Monday, September 2, 2013

Halfway There: Three surprises in my first year

This post originally appeared on Information Space, the blog of the iSchool at Syracuse University, on 12 June 2012.

It’s the end of the beginning for me–with my finals turned in last week, I’ve officially done everything I can to finish out my first year in graduate school! Now it’s time to take a breather, start packing, and head off for a summer in which I’ll be working and learning in three states and two countries.
While I can’t wait for summer, I tend to find the end of an academic year is a great time for reflection. Here’s what surprised me the most:
It’s really hard to be interdisciplinary:
At my undergrad, I was in three radically different departments, and I knew a bunch of other people who were multi-disciplinary as well. Especially when I picked a field as wide-ranging as Library and Information Science, I expected to find a similar mix of people–people who took classes in one building while working in another and hanging out with friends from yet a third field. Here, though, I’m finding that the academic departments are much more focused, especially at the graduate level, and it’s a constant challenge to stay interdisciplinary. It’s worth it, though–I joined a chorus my first week on campus, and through the University Singers I’ve made great friends outside of the iSchool and gotten to know some incredibly passionate, inspiring faculty members. I moved to Syracuse to take advantage of the opportunities afforded by such a large institution–why limit your experience to one building?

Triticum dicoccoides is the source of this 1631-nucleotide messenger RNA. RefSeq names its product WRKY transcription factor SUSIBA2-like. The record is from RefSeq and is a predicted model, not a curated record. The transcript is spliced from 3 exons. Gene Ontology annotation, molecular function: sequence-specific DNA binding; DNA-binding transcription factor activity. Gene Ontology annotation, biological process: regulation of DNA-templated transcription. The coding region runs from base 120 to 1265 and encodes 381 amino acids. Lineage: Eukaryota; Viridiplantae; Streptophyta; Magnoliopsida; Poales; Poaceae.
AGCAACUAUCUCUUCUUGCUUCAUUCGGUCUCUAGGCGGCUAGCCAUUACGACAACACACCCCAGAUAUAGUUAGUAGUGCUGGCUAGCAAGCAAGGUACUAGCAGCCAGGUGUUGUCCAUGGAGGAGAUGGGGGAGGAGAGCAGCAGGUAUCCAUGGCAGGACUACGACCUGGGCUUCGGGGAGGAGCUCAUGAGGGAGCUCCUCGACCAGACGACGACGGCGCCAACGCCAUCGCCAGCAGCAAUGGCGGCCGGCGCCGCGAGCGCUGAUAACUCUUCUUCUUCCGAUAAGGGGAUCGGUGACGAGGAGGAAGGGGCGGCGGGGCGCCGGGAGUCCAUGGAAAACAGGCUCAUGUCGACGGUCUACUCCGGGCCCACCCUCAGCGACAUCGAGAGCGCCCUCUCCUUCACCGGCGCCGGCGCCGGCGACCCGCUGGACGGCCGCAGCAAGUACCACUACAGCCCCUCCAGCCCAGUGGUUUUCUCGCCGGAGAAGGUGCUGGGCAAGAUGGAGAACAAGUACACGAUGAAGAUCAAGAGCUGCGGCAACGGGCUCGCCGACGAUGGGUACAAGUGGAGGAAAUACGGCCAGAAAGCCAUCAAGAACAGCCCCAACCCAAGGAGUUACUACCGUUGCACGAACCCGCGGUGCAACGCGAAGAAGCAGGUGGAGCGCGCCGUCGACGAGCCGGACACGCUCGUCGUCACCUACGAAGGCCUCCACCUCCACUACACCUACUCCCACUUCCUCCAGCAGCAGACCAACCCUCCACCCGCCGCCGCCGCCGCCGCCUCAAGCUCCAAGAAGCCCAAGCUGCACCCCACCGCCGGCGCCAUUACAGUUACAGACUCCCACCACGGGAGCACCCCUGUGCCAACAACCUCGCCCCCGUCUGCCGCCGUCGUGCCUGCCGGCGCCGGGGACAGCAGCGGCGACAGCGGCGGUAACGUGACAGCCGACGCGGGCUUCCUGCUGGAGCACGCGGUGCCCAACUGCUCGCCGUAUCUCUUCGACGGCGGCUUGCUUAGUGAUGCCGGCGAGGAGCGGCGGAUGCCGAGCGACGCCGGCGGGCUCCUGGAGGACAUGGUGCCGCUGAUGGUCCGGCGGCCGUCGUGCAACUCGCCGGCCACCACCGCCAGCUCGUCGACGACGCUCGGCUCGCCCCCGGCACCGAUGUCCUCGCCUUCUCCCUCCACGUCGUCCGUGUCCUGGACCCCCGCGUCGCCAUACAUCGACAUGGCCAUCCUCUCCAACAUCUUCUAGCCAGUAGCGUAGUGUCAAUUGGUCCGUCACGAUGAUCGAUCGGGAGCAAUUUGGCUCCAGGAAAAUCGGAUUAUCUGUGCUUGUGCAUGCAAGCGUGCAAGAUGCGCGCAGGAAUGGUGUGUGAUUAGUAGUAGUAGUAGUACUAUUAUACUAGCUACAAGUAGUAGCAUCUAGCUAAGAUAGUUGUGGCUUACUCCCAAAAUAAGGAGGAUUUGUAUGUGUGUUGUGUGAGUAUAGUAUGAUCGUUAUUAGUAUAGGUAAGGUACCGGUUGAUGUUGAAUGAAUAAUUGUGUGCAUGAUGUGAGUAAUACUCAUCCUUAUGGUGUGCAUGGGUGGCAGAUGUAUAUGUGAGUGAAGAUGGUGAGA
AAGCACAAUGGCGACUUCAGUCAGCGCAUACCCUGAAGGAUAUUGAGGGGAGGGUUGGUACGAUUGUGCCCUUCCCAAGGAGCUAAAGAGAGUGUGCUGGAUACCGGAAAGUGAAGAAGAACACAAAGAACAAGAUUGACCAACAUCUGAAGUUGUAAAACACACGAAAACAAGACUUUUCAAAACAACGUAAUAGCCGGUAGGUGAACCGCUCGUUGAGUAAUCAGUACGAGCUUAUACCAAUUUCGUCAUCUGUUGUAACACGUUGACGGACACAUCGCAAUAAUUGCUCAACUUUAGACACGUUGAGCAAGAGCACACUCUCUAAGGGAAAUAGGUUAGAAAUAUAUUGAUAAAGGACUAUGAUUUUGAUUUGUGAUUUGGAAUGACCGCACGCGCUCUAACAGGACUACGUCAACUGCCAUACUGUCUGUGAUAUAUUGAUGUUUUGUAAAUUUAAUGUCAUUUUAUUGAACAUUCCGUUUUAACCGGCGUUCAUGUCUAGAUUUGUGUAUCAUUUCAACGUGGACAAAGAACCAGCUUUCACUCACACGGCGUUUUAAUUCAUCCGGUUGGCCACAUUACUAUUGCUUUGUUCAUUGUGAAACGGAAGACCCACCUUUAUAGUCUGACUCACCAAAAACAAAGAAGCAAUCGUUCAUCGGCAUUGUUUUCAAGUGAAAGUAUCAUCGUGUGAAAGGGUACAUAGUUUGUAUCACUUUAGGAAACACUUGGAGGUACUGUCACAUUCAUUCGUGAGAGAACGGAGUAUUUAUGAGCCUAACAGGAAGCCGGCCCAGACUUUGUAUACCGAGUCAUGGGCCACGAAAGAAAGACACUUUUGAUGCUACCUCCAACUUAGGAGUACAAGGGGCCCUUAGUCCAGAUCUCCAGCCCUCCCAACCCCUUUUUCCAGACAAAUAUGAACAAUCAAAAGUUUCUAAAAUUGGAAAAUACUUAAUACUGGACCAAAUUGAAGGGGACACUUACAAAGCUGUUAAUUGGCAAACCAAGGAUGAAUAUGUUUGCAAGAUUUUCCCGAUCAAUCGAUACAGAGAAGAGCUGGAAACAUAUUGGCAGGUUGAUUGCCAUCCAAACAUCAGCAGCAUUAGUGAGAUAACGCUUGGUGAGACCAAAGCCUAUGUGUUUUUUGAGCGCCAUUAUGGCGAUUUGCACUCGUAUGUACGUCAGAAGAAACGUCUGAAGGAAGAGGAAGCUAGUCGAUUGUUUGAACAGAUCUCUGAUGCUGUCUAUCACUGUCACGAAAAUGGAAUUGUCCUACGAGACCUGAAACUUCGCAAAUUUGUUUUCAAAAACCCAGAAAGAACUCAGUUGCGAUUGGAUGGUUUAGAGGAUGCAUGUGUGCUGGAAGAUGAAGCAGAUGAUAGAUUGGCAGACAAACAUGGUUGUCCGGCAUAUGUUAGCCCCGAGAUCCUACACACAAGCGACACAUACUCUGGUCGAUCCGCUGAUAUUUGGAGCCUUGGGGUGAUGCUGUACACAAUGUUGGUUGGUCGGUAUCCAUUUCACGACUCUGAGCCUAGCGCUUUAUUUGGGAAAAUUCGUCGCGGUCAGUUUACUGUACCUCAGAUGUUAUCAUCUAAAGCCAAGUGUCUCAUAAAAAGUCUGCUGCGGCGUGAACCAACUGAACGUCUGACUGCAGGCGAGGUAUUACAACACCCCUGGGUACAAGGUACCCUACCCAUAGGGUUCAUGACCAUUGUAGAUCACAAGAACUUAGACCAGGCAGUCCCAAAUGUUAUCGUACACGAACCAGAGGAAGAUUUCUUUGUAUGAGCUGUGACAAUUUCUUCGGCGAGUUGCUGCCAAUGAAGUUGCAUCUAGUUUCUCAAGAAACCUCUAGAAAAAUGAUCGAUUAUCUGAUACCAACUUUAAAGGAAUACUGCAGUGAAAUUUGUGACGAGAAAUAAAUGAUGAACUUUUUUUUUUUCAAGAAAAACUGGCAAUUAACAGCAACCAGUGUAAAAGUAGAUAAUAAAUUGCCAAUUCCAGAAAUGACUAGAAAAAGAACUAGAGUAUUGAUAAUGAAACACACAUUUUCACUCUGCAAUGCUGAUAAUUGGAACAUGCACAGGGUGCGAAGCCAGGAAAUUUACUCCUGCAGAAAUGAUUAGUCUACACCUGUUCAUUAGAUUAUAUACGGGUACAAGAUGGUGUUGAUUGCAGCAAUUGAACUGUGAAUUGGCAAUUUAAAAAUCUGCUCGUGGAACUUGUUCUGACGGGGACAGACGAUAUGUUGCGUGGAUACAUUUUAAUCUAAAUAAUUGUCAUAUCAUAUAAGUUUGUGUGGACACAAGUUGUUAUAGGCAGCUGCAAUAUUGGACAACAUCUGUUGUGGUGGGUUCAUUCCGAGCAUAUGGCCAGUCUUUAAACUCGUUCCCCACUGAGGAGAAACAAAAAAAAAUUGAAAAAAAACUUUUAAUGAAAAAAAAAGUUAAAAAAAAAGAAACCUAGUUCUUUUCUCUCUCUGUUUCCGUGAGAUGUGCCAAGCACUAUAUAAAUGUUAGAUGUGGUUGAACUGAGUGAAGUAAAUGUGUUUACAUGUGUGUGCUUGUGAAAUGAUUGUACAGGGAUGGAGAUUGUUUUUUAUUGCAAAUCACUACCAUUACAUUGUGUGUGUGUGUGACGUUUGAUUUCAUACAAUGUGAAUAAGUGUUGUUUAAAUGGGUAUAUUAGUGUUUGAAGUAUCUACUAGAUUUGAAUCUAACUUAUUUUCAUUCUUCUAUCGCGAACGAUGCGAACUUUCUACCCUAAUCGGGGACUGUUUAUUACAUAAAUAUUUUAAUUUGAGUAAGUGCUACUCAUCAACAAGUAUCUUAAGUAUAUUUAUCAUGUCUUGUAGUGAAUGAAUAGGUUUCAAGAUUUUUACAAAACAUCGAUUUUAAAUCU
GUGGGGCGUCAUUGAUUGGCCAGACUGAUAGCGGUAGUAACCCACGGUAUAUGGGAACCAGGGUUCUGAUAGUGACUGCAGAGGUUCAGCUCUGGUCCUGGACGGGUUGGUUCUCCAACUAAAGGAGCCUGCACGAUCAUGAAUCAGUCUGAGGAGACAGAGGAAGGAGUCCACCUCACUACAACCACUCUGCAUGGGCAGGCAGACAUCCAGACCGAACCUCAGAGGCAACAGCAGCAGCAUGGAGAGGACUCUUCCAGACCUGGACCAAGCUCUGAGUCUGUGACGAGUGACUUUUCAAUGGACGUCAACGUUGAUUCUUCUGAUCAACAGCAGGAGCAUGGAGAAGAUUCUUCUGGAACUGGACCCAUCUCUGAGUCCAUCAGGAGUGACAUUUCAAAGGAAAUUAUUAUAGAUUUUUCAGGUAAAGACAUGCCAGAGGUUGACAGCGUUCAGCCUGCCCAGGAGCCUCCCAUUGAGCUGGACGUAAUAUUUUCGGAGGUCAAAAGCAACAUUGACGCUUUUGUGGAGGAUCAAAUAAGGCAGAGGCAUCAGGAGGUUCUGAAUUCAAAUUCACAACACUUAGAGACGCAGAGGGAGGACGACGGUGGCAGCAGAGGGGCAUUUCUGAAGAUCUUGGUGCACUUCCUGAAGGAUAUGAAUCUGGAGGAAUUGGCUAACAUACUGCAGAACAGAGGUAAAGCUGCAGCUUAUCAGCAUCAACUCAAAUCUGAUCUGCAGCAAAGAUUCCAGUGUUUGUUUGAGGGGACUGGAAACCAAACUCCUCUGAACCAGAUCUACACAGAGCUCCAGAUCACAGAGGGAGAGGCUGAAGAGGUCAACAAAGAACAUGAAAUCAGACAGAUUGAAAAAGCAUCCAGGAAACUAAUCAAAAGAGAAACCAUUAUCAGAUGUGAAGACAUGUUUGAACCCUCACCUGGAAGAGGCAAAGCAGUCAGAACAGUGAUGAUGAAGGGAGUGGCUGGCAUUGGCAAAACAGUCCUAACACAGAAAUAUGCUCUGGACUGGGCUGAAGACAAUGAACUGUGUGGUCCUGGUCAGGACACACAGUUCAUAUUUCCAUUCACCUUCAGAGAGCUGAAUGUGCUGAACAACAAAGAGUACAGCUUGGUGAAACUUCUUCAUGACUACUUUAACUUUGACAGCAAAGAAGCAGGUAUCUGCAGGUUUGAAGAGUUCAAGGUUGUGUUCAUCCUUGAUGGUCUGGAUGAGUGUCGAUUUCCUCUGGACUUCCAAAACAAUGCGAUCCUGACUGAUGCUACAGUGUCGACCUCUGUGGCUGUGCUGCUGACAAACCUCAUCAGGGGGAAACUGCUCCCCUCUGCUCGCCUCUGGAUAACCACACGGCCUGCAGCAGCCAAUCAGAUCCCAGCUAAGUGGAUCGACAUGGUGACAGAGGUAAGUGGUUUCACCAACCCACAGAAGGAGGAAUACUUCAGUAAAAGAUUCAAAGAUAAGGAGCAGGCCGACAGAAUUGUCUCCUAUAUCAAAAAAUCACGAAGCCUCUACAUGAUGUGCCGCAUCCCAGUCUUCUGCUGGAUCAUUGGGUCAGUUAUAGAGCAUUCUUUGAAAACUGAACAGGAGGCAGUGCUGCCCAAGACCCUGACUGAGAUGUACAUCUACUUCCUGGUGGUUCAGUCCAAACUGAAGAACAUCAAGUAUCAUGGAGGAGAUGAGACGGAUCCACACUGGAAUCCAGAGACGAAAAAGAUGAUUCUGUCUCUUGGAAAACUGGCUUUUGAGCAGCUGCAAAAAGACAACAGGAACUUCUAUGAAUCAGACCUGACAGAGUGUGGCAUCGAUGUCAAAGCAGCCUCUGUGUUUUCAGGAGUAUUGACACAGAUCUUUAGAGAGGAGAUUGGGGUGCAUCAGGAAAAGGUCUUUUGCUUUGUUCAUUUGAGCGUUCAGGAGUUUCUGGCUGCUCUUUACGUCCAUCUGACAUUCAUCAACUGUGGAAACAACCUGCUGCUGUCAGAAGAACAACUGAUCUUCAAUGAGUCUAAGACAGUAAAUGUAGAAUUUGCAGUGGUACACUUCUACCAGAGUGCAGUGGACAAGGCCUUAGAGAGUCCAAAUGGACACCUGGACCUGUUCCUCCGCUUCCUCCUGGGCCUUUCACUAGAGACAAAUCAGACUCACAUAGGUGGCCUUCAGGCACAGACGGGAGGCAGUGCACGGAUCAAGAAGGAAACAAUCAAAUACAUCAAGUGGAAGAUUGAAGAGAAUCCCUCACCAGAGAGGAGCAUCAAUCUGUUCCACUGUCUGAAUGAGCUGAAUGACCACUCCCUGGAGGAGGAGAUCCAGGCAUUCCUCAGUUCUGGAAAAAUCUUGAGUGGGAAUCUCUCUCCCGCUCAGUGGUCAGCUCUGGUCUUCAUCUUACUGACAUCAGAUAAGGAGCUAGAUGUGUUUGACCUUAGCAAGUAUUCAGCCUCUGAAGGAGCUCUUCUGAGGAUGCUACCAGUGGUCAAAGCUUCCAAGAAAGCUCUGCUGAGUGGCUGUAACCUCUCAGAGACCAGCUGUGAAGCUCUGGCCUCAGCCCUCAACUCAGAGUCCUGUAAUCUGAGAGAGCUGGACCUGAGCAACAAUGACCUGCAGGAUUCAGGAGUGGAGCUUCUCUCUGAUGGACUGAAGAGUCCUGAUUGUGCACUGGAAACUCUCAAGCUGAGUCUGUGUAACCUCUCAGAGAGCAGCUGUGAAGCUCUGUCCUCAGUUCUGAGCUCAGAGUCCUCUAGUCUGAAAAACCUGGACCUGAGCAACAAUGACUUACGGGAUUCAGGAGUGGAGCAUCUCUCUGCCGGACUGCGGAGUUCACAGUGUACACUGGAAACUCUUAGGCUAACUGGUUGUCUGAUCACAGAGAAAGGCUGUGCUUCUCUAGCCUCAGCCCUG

Your major doesn’t define you:
Even for those students who spend all of their time in one building, at the graduate level the experiences can vary so wildly, “what’s your major?” won’t tell you much. “What are you interested in?” “What do you study?” and “Where’s your research focus?” are much better questions. Everyone I’ve met so far in the iSchool is more than happy to talk about the things that keep them up at night, and get them out of bed in the morning. Going for a masters, let alone a Ph.D., denotes a level of passion about something that makes for great conversations. Finding out what drives someone is a great starting place to get to know your colleagues.
Books are awesome…but not why I’m here:
Okay, full disclosure: This one wasn’t a total shock, but I still wasn’t quite sure how it would turn out back in September. Don’t get me wrong, books are great. Print books are a tactile experience that’s hard to beat, and long-form born-digital writings have awesome potential–but that’s not my area of interest. I want to connect people to the information they need, whether that info is in a book or on Wikipedia or contained within someone else’s realm of experience. I like knowing how to tweak the tools we use, and the design we see, and I’m starting to learn enough programming to do so! This LIS degree I’m earning will prepare me to do some things with books, for sure, but the list of skills I’ll have that are completely unrelated to books is an order of magnitude larger than the one focused on book-handling. I knew that coming in, but I think some of my classmates were surprised when Professor Lankes suggested that a class in database administration should be required, or when other faculty members recommended learning to code.
You’ll be hearing from me on my travels over the summer. For now, suffice it to say that I’m in a good place–I’m still loving it here in Syracuse, and I can’t wait for the second half of my degree, next year. If you run into me in person and ask what surprised me the most this year, you might get different answers than the ones above, but these were some of the big ones. Next year will be full of surprises on other levels, I’m sure, but it will be an adventure in the best possible sense. I hope you’ll come along for the ride!

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